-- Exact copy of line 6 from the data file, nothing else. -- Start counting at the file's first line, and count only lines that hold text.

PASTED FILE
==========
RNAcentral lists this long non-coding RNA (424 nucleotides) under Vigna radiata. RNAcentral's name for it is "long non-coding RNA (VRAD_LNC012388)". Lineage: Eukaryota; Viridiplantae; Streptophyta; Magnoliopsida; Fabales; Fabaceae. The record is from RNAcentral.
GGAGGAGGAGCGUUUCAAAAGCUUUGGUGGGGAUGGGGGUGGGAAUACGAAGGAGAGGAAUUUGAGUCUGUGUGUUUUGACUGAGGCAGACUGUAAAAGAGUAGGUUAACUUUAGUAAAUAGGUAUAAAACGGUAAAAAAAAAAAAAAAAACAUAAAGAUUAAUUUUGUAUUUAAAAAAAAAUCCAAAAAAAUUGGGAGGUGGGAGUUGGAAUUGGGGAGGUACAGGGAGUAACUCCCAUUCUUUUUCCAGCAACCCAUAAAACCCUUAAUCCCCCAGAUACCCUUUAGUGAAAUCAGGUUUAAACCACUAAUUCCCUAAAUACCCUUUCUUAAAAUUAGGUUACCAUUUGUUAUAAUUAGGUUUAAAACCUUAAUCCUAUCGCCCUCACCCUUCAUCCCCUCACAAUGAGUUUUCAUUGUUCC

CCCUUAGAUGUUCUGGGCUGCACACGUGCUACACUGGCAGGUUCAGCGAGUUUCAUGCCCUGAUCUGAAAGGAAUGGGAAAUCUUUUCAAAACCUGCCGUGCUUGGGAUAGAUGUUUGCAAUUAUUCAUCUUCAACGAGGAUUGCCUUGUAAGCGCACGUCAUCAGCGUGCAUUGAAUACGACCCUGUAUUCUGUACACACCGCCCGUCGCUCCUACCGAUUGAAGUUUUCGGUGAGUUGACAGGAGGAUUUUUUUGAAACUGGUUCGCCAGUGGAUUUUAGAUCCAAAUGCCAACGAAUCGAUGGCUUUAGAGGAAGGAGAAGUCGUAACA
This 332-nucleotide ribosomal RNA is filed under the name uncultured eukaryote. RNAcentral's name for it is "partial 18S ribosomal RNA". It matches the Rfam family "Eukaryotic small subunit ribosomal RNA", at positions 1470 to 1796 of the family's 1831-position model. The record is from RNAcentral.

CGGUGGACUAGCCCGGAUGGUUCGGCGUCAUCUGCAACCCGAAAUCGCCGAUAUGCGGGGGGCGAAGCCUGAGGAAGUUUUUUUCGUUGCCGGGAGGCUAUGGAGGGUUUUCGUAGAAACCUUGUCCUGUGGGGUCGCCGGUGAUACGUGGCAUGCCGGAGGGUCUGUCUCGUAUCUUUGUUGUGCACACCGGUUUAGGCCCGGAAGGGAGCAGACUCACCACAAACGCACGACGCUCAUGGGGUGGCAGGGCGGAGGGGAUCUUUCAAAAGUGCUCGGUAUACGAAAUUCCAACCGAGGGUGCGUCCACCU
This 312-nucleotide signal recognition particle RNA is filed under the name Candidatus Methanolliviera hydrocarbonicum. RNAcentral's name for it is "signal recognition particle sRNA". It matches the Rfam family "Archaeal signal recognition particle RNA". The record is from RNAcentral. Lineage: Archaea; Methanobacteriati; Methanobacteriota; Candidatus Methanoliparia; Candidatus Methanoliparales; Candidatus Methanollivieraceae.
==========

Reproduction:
This 312-nucleotide signal recognition particle RNA is filed under the name Candidatus Methanolliviera hydrocarbonicum. RNAcentral's name for it is "signal recognition particle sRNA". It matches the Rfam family "Archaeal signal recognition particle RNA". The record is from RNAcentral. Lineage: Archaea; Methanobacteriati; Methanobacteriota; Candidatus Methanoliparia; Candidatus Methanoliparales; Candidatus Methanollivieraceae.